UEFA's partnership with Special Olympics Europe/Eurasia (SOEE) to promote programmes for footballers with intellectual disabilities features a football match on Monday.
As part of the ninth Special Olympics Football Week from 25 April to 3 May, a unified football match involving Special Olympics and UEFA staff players will take place at Colovray Stadium, opposite UEFA's headquarters in Nyon, Switzerland (kick-off 16.00CET).
Programme of events
Special Olympics, founded in 1968 by Eunice Kennedy Shriver, is the world's largest year-round programme of sports training and competitions for individuals with intellectual disabilities. UEFA has been giving significant backing to Special Olympics Europe/Eurasia for several years. Around 2.25 million athletes in more than 160 countries train and take part in 30 Olympic-style summer and winter sports at local, national and international events. Through its sports programmes, Special Olympics strives to provide long-term benefits to individuals' health, self-esteem and social integration.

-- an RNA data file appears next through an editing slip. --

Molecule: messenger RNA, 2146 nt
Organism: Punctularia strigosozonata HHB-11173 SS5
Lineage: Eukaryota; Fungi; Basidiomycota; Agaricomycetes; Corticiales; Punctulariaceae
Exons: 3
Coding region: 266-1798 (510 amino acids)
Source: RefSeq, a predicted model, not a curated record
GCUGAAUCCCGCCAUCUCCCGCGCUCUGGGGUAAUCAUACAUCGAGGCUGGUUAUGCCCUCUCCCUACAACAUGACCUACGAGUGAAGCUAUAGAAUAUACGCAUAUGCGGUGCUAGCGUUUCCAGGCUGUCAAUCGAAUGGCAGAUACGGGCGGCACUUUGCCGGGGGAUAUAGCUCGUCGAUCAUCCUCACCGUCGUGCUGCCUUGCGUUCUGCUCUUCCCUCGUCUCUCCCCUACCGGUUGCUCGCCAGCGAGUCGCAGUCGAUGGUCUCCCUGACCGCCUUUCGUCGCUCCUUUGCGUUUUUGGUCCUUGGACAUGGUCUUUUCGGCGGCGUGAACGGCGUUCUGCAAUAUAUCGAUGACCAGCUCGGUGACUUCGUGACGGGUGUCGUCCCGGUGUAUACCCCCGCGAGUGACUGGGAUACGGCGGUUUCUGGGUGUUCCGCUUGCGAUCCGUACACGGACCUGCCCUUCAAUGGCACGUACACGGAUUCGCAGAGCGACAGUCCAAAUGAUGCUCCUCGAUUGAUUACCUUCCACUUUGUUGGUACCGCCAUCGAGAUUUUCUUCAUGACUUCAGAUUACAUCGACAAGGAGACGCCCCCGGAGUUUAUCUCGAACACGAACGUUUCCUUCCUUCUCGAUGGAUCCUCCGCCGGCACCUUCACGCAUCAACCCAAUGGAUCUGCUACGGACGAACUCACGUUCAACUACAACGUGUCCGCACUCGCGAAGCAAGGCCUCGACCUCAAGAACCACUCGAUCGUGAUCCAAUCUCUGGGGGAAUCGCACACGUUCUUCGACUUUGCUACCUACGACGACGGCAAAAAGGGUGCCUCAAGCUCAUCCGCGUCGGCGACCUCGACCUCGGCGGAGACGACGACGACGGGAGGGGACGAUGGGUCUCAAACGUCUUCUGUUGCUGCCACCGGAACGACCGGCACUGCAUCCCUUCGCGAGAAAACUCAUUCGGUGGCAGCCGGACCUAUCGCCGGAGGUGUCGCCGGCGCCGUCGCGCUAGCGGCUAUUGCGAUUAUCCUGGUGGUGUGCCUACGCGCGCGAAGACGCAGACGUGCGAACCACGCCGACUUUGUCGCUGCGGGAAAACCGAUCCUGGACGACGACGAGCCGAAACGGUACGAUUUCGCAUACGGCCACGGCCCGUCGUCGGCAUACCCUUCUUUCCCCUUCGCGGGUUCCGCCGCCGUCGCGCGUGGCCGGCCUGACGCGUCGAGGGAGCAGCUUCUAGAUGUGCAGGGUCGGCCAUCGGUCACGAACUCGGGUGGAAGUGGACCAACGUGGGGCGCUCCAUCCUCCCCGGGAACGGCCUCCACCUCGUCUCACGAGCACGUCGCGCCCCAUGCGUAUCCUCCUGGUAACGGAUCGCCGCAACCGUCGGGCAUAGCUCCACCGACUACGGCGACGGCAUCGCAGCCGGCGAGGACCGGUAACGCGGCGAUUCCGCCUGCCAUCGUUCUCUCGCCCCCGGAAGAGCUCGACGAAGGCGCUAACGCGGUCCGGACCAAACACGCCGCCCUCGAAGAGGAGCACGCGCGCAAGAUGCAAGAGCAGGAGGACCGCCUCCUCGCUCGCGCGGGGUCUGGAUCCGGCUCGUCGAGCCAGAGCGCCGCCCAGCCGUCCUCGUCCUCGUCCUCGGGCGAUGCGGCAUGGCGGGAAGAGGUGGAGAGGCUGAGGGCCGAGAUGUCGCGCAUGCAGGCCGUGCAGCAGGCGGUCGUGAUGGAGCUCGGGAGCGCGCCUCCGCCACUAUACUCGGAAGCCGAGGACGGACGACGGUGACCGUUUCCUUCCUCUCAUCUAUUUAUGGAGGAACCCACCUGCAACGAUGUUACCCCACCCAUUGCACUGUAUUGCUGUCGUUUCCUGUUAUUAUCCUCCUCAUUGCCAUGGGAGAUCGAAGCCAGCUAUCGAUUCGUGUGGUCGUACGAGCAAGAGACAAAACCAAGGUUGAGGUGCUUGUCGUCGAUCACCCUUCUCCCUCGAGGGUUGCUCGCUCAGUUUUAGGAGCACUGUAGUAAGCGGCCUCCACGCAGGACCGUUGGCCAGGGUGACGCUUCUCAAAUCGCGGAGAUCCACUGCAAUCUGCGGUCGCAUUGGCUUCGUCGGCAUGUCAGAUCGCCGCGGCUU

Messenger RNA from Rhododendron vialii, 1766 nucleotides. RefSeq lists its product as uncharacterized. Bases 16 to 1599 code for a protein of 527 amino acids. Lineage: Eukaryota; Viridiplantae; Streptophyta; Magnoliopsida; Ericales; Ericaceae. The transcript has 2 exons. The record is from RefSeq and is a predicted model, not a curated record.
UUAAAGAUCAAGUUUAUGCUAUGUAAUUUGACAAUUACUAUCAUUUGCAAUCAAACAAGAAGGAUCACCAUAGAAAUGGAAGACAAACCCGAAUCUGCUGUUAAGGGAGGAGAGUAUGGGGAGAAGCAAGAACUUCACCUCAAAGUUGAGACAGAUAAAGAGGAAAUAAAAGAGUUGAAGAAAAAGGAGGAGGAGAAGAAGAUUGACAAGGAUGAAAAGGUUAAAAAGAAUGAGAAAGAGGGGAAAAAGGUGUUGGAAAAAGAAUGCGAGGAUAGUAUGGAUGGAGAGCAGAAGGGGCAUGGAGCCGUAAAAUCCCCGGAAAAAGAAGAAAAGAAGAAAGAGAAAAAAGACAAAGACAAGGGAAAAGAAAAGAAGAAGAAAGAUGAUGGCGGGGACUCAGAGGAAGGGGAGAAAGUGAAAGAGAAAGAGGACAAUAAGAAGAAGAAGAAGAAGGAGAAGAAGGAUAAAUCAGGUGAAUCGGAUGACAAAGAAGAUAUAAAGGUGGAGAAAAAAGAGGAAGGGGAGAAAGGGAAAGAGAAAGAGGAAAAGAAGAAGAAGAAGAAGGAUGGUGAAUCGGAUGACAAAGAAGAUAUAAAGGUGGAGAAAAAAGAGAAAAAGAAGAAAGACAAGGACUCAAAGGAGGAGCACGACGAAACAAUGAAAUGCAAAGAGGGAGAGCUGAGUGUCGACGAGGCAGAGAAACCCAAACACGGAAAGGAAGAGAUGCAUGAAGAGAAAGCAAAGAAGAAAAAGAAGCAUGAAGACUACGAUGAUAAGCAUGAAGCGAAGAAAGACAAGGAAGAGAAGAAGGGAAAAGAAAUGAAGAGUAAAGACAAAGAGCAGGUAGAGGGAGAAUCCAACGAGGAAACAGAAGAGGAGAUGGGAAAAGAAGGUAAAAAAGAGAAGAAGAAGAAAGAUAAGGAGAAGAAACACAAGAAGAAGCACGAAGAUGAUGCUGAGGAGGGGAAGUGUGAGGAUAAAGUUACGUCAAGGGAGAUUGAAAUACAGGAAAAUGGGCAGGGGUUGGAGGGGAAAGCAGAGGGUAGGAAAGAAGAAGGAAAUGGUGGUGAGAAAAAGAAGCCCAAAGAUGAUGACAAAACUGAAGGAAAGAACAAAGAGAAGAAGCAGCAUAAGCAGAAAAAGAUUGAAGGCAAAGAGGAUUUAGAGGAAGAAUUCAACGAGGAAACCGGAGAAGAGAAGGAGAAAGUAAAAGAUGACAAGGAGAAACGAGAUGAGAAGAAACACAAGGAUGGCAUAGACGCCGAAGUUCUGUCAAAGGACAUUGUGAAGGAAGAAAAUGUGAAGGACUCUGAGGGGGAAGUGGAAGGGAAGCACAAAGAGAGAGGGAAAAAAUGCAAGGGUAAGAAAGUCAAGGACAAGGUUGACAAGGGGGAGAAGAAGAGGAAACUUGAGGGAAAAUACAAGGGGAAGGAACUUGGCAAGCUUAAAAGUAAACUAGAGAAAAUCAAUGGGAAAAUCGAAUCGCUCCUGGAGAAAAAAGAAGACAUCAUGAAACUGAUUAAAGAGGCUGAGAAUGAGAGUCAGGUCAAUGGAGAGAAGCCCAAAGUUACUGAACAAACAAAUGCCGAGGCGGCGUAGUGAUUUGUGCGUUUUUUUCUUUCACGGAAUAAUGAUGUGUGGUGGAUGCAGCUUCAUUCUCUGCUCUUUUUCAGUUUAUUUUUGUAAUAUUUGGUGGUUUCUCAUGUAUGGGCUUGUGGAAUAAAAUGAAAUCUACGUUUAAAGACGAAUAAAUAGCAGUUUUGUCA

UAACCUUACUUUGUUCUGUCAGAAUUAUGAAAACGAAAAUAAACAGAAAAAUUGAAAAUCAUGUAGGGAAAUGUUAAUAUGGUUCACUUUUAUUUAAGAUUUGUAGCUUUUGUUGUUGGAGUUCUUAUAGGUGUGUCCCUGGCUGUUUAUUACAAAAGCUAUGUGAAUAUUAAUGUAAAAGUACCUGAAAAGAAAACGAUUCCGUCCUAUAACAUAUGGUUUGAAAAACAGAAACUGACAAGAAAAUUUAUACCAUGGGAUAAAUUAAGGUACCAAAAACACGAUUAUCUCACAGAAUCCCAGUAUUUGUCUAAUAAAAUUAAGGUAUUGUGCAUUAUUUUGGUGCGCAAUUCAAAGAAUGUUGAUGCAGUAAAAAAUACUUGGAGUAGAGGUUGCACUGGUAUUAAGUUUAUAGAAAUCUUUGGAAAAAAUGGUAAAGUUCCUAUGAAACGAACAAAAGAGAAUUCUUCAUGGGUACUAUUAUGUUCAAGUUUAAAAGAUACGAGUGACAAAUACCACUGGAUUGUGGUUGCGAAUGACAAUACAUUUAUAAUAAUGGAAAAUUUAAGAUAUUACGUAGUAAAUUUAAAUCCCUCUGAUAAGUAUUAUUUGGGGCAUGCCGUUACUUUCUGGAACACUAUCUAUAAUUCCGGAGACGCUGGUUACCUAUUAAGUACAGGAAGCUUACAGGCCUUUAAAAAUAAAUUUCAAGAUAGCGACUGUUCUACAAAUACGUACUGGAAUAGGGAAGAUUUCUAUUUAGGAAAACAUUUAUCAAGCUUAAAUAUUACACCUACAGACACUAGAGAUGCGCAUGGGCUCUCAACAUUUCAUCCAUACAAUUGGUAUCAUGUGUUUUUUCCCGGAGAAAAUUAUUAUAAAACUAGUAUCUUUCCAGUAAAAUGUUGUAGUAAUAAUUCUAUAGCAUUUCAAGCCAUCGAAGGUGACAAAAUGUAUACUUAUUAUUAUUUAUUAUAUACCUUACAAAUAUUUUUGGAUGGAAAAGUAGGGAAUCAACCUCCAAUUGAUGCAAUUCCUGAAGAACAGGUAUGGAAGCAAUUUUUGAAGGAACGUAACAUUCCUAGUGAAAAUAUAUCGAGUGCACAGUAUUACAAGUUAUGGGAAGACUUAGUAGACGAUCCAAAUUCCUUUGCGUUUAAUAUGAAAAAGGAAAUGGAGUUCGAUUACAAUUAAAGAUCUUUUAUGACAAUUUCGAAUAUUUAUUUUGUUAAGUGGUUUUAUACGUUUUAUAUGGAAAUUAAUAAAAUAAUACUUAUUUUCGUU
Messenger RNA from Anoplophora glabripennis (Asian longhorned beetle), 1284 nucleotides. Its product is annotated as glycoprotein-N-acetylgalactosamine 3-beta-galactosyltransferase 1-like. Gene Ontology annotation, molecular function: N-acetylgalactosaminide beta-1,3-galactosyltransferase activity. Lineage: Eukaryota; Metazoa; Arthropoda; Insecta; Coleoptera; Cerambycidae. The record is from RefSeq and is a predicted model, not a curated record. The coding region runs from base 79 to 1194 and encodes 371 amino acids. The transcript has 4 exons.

An estimated 50,000 players with intellectual disabilities are expected to participate in football events in 45 countries in the Special Olympics Football Week throughout Europe/Eurasia. This year, the focus will be on bringing young people with and without intellectual disabilities together to build awareness and tolerance on and off the playing field, mainly through unified football.
On the same team
Unified football puts players with and without disabilities on the same teams for training and competition. Activities will include football tournaments on local, regional and national levels, clinics, seminars, press conferences and promotional events. Football associations and professional clubs are expected to support the community-based initiatives. In addition to unified football, there will be an emphasis on volunteer coach recruitment and training.
"The Special Olympics European Football Week has become one of the largest promotions for our movement. By dedicating the week to Unified Football, we will introduce the theme of inclusion of young people in communities to a broader audience across Europe," said Mary Davis, managing director of Special Olympics Europe/Eurasia. "Football is an effective means to instil the values of acceptance, dignity, skill and inclusion to communities all over the Europe, especially with the continued support of the European football governing body, UEFA."
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